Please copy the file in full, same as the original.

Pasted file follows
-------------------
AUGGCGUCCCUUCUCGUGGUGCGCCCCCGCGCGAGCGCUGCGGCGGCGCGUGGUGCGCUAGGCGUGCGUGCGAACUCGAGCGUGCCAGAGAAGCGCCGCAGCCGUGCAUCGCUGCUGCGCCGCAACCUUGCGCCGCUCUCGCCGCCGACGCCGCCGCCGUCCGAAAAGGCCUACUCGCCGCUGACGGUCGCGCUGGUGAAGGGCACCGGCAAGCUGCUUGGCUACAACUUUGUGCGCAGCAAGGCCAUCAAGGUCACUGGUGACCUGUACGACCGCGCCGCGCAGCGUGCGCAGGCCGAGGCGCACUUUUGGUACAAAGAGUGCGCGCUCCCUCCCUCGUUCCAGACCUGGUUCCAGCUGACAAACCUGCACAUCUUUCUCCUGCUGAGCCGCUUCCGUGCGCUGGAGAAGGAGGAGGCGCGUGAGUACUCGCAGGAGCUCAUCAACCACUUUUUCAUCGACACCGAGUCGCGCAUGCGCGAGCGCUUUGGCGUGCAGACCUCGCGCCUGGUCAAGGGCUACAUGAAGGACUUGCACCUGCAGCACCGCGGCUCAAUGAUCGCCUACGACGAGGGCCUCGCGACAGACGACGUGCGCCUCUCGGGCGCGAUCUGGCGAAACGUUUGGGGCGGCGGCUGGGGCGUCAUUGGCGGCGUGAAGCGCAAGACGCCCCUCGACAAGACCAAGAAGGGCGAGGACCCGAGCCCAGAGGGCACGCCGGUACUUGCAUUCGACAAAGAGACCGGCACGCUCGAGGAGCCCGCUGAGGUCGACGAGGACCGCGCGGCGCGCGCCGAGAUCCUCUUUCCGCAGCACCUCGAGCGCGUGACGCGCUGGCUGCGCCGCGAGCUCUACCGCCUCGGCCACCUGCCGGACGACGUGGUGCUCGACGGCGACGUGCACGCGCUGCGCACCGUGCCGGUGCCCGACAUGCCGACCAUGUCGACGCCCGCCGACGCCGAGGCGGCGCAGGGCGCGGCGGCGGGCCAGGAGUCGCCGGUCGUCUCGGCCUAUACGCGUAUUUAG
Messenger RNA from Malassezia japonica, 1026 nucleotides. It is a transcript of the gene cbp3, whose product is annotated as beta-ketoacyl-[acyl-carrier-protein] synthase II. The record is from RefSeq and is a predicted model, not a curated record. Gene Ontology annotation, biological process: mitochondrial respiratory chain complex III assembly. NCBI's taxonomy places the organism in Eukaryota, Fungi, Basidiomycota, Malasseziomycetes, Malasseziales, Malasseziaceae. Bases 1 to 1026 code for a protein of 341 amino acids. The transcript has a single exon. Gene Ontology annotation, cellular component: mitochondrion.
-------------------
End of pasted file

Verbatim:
AUGGCGUCCCUUCUCGUGGUGCGCCCCCGCGCGAGCGCUGCGGCGGCGCGUGGUGCGCUAGGCGUGCGUGCGAACUCGAGCGUGCCAGAGAAGCGCCGCAGCCGUGCAUCGCUGCUGCGCCGCAACCUUGCGCCGCUCUCGCCGCCGACGCCGCCGCCGUCCGAAAAGGCCUACUCGCCGCUGACGGUCGCGCUGGUGAAGGGCACCGGCAAGCUGCUUGGCUACAACUUUGUGCGCAGCAAGGCCAUCAAGGUCACUGGUGACCUGUACGACCGCGCCGCGCAGCGUGCGCAGGCCGAGGCGCACUUUUGGUACAAAGAGUGCGCGCUCCCUCCCUCGUUCCAGACCUGGUUCCAGCUGACAAACCUGCACAUCUUUCUCCUGCUGAGCCGCUUCCGUGCGCUGGAGAAGGAGGAGGCGCGUGAGUACUCGCAGGAGCUCAUCAACCACUUUUUCAUCGACACCGAGUCGCGCAUGCGCGAGCGCUUUGGCGUGCAGACCUCGCGCCUGGUCAAGGGCUACAUGAAGGACUUGCACCUGCAGCACCGCGGCUCAAUGAUCGCCUACGACGAGGGCCUCGCGACAGACGACGUGCGCCUCUCGGGCGCGAUCUGGCGAAACGUUUGGGGCGGCGGCUGGGGCGUCAUUGGCGGCGUGAAGCGCAAGACGCCCCUCGACAAGACCAAGAAGGGCGAGGACCCGAGCCCAGAGGGCACGCCGGUACUUGCAUUCGACAAAGAGACCGGCACGCUCGAGGAGCCCGCUGAGGUCGACGAGGACCGCGCGGCGCGCGCCGAGAUCCUCUUUCCGCAGCACCUCGAGCGCGUGACGCGCUGGCUGCGCCGCGAGCUCUACCGCCUCGGCCACCUGCCGGACGACGUGGUGCUCGACGGCGACGUGCACGCGCUGCGCACCGUGCCGGUGCCCGACAUGCCGACCAUGUCGACGCCCGCCGACGCCGAGGCGGCGCAGGGCGCGGCGGCGGGCCAGGAGUCGCCGGUCGUCUCGGCCUAUACGCGUAUUUAG
Messenger RNA from Malassezia japonica, 1026 nucleotides. It is a transcript of the gene cbp3, whose product is annotated as beta-ketoacyl-[acyl-carrier-protein] synthase II. The record is from RefSeq and is a predicted model, not a curated record. Gene Ontology annotation, biological process: mitochondrial respiratory chain complex III assembly. NCBI's taxonomy places the organism in Eukaryota, Fungi, Basidiomycota, Malasseziomycetes, Malasseziales, Malasseziaceae. Bases 1 to 1026 code for a protein of 341 amino acids. The transcript has a single exon. Gene Ontology annotation, cellular component: mitochondrion.